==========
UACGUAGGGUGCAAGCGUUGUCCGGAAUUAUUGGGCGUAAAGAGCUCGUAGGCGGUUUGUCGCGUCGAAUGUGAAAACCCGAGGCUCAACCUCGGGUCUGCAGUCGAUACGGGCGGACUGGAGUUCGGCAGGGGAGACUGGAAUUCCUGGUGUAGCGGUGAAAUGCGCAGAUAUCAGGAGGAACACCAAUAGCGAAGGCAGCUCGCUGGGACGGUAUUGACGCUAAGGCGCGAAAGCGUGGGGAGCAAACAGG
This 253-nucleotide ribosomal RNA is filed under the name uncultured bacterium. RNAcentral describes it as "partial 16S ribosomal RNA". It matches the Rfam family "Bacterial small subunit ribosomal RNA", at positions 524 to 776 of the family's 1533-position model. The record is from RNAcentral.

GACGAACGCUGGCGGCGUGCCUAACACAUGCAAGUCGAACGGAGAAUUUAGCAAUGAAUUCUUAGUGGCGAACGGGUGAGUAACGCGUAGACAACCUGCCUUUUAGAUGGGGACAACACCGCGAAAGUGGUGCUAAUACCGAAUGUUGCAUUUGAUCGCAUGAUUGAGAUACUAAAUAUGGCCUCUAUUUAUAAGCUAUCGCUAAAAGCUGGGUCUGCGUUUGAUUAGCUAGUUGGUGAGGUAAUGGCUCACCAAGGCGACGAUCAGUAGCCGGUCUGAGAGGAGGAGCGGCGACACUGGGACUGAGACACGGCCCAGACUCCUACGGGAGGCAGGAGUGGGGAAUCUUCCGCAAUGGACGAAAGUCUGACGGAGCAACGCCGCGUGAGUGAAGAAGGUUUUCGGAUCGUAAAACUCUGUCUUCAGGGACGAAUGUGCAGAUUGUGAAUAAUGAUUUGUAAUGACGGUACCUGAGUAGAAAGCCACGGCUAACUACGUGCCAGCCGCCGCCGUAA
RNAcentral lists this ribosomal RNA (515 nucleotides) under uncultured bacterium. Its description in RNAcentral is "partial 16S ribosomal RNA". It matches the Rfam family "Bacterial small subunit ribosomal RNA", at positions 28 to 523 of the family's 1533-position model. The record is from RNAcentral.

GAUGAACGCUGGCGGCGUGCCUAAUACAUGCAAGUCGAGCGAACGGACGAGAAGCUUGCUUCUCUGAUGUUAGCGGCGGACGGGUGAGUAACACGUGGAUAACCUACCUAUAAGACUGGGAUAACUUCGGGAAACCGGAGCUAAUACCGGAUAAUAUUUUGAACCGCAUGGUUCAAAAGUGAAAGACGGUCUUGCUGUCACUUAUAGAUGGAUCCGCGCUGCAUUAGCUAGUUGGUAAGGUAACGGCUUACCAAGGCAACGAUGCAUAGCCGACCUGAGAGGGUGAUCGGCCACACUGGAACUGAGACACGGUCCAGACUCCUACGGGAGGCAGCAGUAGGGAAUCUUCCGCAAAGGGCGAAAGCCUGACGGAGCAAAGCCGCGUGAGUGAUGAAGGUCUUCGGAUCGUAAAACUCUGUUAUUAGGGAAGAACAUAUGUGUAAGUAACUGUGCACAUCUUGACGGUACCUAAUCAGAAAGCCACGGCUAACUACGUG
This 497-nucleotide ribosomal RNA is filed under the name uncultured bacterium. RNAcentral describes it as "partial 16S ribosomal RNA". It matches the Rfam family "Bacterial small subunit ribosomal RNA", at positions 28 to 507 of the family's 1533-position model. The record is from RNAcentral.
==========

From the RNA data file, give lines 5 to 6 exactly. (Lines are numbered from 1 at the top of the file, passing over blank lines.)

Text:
GAUGAACGCUGGCGGCGUGCCUAAUACAUGCAAGUCGAGCGAACGGACGAGAAGCUUGCUUCUCUGAUGUUAGCGGCGGACGGGUGAGUAACACGUGGAUAACCUACCUAUAAGACUGGGAUAACUUCGGGAAACCGGAGCUAAUACCGGAUAAUAUUUUGAACCGCAUGGUUCAAAAGUGAAAGACGGUCUUGCUGUCACUUAUAGAUGGAUCCGCGCUGCAUUAGCUAGUUGGUAAGGUAACGGCUUACCAAGGCAACGAUGCAUAGCCGACCUGAGAGGGUGAUCGGCCACACUGGAACUGAGACACGGUCCAGACUCCUACGGGAGGCAGCAGUAGGGAAUCUUCCGCAAAGGGCGAAAGCCUGACGGAGCAAAGCCGCGUGAGUGAUGAAGGUCUUCGGAUCGUAAAACUCUGUUAUUAGGGAAGAACAUAUGUGUAAGUAACUGUGCACAUCUUGACGGUACCUAAUCAGAAAGCCACGGCUAACUACGUG
This 497-nucleotide ribosomal RNA is filed under the name uncultured bacterium. RNAcentral describes it as "partial 16S ribosomal RNA". It matches the Rfam family "Bacterial small subunit ribosomal RNA", at positions 28 to 507 of the family's 1533-position model. The record is from RNAcentral.